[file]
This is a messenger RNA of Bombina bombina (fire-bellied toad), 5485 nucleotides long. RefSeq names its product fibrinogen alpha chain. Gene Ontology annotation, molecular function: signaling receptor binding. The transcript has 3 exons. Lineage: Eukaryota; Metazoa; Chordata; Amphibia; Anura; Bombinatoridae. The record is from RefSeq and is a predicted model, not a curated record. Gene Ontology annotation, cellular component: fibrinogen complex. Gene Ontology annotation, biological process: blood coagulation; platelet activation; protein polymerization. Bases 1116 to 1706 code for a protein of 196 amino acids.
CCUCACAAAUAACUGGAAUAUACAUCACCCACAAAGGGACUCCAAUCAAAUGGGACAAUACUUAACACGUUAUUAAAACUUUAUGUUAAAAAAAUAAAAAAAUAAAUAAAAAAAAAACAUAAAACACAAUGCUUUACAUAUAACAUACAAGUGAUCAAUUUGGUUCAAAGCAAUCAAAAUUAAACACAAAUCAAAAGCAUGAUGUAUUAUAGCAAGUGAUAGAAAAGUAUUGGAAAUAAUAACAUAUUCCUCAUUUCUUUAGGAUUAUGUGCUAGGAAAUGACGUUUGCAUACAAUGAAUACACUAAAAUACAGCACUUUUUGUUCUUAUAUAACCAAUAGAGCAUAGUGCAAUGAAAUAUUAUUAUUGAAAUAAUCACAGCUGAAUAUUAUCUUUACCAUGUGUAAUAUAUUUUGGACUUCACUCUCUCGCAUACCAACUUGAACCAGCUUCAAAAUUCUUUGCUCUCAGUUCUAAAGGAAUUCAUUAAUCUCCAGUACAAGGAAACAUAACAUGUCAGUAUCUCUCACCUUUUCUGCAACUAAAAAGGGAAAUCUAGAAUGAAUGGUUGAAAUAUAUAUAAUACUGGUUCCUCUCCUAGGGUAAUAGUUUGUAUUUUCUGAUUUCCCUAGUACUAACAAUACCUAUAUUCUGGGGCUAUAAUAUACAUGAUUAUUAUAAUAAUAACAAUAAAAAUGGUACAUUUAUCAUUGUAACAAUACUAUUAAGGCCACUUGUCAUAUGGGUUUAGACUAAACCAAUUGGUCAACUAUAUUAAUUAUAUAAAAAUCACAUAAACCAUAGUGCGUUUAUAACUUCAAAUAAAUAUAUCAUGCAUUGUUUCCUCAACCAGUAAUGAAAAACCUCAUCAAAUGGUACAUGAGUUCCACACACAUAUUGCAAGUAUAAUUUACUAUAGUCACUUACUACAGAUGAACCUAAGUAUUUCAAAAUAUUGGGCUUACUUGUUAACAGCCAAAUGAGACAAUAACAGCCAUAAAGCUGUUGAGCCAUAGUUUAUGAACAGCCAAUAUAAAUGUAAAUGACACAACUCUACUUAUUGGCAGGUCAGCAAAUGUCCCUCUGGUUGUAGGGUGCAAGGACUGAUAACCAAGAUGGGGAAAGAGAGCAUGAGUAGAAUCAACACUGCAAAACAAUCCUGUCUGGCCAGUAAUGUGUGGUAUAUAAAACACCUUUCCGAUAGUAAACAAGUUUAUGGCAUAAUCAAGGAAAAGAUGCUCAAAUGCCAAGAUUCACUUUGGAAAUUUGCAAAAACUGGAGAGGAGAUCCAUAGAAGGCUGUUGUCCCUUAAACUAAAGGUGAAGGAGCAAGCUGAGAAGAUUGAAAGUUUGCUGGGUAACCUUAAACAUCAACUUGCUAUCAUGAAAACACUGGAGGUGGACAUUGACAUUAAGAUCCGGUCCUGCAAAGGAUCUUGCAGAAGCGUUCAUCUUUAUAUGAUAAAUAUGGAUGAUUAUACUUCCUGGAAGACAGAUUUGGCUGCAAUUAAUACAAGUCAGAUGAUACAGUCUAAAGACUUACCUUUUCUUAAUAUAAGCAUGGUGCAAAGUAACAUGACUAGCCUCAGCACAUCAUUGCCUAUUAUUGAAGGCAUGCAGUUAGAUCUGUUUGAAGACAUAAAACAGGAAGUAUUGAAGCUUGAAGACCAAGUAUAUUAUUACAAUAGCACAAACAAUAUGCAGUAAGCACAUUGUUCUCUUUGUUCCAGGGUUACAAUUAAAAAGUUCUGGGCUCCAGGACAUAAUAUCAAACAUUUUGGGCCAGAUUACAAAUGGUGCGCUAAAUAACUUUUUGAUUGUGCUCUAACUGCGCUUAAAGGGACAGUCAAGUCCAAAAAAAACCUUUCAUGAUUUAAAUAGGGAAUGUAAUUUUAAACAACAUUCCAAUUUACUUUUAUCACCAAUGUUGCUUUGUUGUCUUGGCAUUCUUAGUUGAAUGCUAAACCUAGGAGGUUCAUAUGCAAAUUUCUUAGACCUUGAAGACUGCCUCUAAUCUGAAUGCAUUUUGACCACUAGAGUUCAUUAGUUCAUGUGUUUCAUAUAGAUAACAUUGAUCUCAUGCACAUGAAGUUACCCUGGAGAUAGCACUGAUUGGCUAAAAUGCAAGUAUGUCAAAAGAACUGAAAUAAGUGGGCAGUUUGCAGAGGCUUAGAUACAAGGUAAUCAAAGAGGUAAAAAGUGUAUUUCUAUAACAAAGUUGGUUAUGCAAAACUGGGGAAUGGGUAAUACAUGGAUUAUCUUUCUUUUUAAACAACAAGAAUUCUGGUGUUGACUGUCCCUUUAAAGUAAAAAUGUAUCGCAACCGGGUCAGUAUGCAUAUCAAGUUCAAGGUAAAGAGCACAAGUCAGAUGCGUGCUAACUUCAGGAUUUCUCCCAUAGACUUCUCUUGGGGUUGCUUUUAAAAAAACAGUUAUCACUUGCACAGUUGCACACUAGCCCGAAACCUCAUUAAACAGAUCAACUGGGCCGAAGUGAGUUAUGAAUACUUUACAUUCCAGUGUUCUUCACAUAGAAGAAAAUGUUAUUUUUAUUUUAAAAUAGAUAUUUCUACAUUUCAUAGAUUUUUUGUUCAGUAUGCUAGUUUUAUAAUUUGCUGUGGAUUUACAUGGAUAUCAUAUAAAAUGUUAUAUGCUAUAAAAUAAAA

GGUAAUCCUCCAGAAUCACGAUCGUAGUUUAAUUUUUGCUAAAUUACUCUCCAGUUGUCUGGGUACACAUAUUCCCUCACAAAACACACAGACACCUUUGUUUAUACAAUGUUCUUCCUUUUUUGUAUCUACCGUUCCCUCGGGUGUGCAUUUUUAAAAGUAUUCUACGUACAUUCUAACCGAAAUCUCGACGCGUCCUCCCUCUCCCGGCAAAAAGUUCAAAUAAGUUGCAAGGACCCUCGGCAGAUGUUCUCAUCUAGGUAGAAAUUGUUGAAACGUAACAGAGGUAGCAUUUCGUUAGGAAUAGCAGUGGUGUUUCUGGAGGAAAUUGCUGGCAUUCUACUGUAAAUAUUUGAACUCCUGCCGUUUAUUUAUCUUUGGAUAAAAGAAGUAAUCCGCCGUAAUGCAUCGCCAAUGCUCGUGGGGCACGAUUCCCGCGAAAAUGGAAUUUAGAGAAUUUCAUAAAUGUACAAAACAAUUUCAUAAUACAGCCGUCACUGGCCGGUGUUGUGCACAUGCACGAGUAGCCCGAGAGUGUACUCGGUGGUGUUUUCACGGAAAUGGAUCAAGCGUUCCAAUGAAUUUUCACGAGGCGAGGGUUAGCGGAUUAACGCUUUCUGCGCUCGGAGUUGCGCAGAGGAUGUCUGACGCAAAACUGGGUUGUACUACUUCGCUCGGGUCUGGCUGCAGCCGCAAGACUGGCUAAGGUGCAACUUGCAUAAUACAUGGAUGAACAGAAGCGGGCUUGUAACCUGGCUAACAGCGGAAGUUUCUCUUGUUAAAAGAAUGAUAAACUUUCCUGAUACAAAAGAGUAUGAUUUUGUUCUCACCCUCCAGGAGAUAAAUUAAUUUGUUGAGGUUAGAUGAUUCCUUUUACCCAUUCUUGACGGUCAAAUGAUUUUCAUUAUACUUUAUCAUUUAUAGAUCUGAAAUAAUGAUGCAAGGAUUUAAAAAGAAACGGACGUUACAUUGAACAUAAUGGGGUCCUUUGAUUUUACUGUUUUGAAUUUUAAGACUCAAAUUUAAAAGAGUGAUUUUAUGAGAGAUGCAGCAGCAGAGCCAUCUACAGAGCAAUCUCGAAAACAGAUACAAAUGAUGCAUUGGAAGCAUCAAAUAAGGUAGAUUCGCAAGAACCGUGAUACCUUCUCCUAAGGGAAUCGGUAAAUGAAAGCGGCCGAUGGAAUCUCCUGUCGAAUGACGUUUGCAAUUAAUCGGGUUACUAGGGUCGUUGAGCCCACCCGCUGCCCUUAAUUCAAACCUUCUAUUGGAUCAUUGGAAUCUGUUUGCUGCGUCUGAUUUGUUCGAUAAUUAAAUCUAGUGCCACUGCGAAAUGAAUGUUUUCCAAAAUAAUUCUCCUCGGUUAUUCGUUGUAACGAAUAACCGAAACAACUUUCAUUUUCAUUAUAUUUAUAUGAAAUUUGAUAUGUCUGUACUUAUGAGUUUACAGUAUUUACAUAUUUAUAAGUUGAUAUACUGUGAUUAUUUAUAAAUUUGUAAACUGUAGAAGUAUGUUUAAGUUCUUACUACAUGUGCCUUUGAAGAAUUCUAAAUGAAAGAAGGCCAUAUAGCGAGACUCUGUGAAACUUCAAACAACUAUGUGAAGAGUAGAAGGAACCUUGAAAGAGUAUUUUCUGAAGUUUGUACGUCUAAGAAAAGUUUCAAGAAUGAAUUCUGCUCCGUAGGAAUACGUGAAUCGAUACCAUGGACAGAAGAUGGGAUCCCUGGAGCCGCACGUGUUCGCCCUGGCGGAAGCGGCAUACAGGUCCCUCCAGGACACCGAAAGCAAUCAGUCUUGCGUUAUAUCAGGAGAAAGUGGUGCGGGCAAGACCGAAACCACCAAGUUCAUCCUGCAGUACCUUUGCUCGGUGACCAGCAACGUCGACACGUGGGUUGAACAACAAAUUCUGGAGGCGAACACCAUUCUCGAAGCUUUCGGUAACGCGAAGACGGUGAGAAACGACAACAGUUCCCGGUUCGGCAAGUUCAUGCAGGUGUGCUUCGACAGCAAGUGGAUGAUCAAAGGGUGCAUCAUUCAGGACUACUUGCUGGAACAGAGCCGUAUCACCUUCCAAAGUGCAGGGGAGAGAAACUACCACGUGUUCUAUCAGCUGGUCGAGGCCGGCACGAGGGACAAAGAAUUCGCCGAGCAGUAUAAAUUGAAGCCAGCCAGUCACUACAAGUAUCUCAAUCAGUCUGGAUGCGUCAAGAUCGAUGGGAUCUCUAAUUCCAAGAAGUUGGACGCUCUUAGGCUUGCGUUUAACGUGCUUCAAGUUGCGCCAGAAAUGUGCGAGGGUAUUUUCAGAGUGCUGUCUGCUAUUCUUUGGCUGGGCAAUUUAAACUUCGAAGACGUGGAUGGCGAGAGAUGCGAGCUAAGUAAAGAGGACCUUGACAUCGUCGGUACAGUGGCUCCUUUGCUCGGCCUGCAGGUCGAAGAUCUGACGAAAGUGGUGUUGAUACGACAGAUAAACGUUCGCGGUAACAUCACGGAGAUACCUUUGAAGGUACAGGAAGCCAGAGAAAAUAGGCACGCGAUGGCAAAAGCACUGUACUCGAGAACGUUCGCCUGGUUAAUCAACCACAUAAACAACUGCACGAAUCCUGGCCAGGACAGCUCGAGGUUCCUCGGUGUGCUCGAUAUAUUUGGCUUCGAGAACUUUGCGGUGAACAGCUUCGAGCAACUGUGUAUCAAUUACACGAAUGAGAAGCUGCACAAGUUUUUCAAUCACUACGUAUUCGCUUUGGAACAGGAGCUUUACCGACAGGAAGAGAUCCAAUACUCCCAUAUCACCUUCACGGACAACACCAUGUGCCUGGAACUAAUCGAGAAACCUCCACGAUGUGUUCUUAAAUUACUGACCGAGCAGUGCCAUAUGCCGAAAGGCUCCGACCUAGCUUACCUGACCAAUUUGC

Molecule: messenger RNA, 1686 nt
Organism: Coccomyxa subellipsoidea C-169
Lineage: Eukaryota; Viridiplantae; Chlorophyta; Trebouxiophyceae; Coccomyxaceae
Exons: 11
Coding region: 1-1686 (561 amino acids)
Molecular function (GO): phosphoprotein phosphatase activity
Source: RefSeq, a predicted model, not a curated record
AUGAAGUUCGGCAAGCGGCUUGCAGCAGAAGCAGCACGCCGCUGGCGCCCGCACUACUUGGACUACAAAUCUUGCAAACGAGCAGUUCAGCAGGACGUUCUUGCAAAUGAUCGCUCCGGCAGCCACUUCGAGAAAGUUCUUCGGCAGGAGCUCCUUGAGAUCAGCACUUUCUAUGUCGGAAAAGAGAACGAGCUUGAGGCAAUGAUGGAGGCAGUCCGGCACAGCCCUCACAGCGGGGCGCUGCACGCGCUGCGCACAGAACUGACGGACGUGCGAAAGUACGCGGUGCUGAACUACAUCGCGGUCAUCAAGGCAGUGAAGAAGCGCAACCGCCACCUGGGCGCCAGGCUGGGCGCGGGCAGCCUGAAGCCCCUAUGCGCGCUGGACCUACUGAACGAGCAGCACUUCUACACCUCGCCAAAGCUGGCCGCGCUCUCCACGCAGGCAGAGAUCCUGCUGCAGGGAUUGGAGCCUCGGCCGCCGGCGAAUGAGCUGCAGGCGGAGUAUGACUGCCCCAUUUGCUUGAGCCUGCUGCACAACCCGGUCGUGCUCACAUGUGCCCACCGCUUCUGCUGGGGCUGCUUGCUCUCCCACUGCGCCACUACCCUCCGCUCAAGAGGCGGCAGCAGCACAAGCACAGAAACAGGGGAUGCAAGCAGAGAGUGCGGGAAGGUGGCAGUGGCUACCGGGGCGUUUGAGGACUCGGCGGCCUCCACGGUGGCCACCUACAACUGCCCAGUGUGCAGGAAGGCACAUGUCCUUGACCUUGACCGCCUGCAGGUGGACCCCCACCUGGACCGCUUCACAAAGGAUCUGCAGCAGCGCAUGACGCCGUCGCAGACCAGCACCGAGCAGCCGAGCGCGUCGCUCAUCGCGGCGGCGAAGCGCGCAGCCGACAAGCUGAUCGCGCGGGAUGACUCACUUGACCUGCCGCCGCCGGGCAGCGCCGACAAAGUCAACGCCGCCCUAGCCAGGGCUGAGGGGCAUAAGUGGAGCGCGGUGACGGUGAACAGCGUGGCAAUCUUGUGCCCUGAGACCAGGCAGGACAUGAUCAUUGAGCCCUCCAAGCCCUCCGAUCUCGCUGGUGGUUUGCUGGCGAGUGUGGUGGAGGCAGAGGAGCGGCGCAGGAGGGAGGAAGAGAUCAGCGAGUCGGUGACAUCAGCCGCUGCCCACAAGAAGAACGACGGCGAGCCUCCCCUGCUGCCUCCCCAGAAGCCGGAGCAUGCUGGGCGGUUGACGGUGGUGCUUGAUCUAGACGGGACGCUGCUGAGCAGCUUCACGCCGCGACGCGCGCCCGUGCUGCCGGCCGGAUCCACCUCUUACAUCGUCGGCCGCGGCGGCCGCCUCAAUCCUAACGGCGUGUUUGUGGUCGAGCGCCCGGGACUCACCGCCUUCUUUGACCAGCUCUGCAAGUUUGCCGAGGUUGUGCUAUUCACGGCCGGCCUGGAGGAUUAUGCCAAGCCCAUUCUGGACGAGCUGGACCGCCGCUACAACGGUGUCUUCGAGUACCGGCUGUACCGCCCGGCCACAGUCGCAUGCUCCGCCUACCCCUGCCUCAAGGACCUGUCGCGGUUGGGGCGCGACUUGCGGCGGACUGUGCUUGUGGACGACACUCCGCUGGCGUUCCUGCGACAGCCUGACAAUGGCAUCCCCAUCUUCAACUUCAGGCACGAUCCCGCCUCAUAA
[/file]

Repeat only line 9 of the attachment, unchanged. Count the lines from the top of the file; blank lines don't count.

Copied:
Molecular function (GO): phosphoprotein phosphatase activity